59. Rodrigues PF, Alberti-Servera L, Eremin A, Grajales-Reyes GE, Ivanek R, Tussiwand R. Distinct progenitor lineages contribute to the heterogeneity of plasmacytoid dendritic cells. Nat Immunol. (2018) 19:711. doi: 10.1038/s41590-018-0136-9
60. Le Mercier I, Poujol D, Sanlaville A, Sisirak V, Gobert M, Durand I, et al. Tumor promotion by intratumoral plasmacytoid dendritic cells is reversed by TLR7 ligand treatment. Cancer Res. (2013) 73:4629–40. doi: 10.1158/0008-5472.CAN-12-3058
61. Kranz LM, Diken M, Haas H, Kreiter S, Loquai C, Reuter KC, et al. Systemic RNA delivery to dendritic cells exploits antiviral defence for cancer immunotherapy. Nature. (2016) 534:396–401. doi: 10.1038/nature18300
62. Treilleux I, Blay J-Y, Bendriss-Vermare N, Ray-Coquard I, Bachelot T, Guastalla J-P, et al. Dendritic cell infiltration and prognosis of early stage breast cancer. Clin Cancer Res. (2004) 10:7466–74. doi: 10.1158/1078-0432.CCR-04-0684
63. Zou W, Machelon V, Coulomb-L'Hermin A, Borvak J, Nome F, Isaeva T, et al. Stromal-derived factor-1 in human tumors recruits and alters the function of plasmacytoid precursor dendritic cells. Nat Med. (2001) 7:1339. doi: 10.1038/nm1201-1339
64. Alcántara-Hernández M, Leylek R, Wagar LE, Engleman EG, Keler T, Marinkovich MP, et al. High-dimensional phenotypic mapping of human dendritic cells reveals interindividual variation and tissue specialization. Immunity. (2017) 47:1037–50. e6. doi: 10.1016/j.immuni.2017.11.001
65. Villani A-C, Satija R, Reynolds G, Sarkizova S, Shekhar K, Fletcher J, et al. Single-cell RNA-seq reveals new types of human blood dendritic cells, monocytes, and progenitors. Science. (2017) 356:eaah4573. doi: 10.1126/science.aah4573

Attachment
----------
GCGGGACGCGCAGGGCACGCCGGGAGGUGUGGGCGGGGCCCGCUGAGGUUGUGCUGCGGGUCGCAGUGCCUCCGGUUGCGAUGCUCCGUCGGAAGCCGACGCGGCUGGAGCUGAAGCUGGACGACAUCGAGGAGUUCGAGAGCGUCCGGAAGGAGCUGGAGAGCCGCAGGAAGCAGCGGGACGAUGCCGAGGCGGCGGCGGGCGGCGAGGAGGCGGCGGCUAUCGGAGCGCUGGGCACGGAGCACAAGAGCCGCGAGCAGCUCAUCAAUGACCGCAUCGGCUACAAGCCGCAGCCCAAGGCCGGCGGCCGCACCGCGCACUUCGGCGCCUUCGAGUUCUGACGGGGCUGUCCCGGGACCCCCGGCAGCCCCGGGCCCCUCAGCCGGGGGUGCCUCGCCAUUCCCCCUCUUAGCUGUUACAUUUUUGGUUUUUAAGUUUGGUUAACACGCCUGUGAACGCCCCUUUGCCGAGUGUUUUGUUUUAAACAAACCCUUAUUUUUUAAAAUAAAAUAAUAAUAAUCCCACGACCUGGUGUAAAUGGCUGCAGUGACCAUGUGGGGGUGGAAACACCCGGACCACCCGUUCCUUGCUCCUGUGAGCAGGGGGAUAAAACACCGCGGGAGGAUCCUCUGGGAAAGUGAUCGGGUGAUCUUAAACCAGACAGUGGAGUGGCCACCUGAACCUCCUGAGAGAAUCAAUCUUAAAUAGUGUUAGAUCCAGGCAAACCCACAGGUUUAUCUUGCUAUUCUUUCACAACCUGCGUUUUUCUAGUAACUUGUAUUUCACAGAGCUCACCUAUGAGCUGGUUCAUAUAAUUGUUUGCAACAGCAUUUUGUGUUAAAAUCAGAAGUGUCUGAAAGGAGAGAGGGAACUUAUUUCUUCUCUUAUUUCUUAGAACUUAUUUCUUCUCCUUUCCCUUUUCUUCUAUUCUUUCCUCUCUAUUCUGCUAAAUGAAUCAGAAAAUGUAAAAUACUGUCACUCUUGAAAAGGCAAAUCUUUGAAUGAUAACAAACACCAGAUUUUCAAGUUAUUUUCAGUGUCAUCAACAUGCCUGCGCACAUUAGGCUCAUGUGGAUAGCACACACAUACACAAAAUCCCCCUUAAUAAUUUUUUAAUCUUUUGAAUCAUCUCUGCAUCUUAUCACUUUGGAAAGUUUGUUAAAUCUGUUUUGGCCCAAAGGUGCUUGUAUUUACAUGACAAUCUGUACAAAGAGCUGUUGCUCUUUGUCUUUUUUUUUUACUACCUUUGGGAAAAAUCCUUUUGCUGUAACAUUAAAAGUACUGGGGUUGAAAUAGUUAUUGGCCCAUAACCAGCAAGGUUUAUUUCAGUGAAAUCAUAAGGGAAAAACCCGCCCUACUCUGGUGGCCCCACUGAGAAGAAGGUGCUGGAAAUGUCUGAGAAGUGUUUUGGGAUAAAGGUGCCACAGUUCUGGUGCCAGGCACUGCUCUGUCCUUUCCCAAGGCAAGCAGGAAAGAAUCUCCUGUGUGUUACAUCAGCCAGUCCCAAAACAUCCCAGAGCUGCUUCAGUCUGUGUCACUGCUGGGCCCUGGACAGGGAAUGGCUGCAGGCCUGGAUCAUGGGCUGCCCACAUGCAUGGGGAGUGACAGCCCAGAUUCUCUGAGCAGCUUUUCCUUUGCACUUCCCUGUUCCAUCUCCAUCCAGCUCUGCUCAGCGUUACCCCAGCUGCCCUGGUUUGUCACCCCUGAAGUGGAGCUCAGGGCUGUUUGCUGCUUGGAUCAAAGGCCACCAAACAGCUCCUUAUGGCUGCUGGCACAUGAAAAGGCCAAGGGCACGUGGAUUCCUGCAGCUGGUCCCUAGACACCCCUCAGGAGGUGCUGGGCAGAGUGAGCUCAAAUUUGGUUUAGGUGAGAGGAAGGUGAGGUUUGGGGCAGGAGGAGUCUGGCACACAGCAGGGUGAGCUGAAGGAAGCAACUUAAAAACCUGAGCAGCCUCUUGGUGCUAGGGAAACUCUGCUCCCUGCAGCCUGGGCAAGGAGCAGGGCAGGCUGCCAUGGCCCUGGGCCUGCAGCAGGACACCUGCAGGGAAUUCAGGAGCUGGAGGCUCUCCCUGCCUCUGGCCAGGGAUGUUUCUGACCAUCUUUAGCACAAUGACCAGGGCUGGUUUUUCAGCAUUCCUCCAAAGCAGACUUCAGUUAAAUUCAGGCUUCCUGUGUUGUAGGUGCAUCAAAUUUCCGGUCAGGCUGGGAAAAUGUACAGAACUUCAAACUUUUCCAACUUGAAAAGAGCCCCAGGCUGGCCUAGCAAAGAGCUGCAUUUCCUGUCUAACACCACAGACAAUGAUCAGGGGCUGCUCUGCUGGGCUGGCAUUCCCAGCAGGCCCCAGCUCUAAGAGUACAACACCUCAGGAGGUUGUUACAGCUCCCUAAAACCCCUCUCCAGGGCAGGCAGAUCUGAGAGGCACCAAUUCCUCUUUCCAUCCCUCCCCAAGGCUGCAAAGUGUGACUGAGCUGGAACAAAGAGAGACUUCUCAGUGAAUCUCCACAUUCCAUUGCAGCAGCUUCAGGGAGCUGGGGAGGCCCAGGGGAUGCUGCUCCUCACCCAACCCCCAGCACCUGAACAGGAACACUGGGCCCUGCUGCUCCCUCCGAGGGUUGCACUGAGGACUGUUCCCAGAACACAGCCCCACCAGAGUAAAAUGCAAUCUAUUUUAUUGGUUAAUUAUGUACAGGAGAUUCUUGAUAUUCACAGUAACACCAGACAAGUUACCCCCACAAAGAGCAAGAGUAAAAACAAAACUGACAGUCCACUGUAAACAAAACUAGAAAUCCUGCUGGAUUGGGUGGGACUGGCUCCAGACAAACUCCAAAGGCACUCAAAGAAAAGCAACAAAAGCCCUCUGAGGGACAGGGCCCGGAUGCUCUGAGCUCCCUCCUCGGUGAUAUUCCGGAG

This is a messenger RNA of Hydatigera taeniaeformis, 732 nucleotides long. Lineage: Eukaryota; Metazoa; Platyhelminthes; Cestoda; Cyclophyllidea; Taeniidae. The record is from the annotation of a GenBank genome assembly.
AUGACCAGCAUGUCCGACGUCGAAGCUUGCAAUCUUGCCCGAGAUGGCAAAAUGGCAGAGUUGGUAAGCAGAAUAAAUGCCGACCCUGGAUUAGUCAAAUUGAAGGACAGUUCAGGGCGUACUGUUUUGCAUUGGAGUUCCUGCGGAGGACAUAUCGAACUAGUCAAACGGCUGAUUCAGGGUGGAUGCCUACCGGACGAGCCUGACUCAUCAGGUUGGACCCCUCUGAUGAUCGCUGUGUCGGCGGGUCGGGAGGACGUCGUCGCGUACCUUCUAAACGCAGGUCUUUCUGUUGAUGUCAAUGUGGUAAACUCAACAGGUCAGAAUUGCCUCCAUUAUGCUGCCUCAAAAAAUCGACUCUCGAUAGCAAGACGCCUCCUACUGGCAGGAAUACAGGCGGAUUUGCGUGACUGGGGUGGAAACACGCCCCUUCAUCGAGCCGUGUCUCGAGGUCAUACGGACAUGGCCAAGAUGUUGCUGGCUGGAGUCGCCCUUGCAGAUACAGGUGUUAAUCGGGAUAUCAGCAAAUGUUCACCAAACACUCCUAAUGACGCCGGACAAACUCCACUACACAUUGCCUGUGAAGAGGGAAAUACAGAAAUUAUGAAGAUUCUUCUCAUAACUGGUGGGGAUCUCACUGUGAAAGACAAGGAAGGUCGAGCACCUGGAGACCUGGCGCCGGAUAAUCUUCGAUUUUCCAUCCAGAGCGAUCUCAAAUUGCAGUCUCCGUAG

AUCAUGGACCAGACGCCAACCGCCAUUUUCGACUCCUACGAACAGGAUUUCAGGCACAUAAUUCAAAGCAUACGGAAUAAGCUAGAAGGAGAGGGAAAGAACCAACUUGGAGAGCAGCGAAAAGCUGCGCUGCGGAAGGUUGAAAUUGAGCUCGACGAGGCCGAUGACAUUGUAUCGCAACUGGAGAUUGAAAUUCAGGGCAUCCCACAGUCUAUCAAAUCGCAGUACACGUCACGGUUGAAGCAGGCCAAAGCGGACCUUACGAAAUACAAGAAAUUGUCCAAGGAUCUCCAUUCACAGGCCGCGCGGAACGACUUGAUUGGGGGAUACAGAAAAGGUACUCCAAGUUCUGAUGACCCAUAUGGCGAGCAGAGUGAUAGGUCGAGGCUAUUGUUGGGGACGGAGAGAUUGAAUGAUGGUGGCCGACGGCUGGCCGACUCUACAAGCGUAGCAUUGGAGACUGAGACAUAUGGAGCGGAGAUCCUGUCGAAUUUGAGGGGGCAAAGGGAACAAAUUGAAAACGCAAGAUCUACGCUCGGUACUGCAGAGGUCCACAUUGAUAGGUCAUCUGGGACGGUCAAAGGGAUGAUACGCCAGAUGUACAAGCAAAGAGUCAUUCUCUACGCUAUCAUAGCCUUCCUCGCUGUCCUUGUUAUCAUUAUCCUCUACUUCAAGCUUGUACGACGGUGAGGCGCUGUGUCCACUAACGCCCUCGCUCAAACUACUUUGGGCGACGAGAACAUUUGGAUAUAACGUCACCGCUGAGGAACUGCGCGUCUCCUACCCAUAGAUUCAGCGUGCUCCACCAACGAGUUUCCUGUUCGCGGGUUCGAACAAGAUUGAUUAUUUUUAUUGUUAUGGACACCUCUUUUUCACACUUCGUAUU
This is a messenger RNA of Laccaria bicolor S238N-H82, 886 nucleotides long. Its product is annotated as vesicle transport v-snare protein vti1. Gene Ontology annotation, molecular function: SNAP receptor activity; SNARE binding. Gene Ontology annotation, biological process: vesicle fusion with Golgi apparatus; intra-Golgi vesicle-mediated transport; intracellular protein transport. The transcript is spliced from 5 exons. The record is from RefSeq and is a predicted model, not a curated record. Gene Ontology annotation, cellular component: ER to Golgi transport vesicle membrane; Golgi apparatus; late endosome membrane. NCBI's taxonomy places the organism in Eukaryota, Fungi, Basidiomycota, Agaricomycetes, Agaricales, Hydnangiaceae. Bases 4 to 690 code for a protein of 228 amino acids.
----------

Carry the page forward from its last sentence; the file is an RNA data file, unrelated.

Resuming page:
66. See P, Dutertre C-A, Chen J, Günther P, McGovern N, Irac SE, et al. Mapping the human DC lineage through the integration of high-dimensional techniques. Science. (2017) 356:eaag3009. doi: 10.1126/science.aag3009
68. Gilfillan CB, Kuhn S, Baey C, Hyde EJ, Yang J, Ruedl C, et al. Clec9A+ dendritic cells are not essential for antitumor CD8+ T cell responses induced by Poly I: C immunotherapy. J Immunol. (2018) 200:2978–86. doi: 10.4049/jimmunol.1701593
69. Marigo I, Zilio S, Desantis G, Mlecnik B, Agnellini AH, Ugel S, et al. T cell cancer therapy requires CD40-CD40L activation of tumor necrosis factor and inducible nitric-oxide-synthase-producing dendritic cells. Cancer Cell. (2016) 30:377–90. doi: 10.1016/j.ccell.2016.08.004
70. Sharma MD, Rodriguez PC, Koehn BH, Baban B, Cui Y, Guo G, et al. Activation of p53 in myeloid precursor cells controls differentiation into immunogenic Ly6c+CD103+ monocytic cells in tumors. Immunity. (2018) 48:91–106.e6. doi: 10.1016/j.immuni.2017.12.014
71. Betts BC, Locke FL, Sagatys EM, Pidala J, Walton K, Menges M, et al. Inhibition of human dendritic cell ER stress response reduces T cell alloreactivity yet spares donor anti-tumor immunity. Front Immunol. (2018) 9:2887. doi: 10.3389/fimmu.2018.02887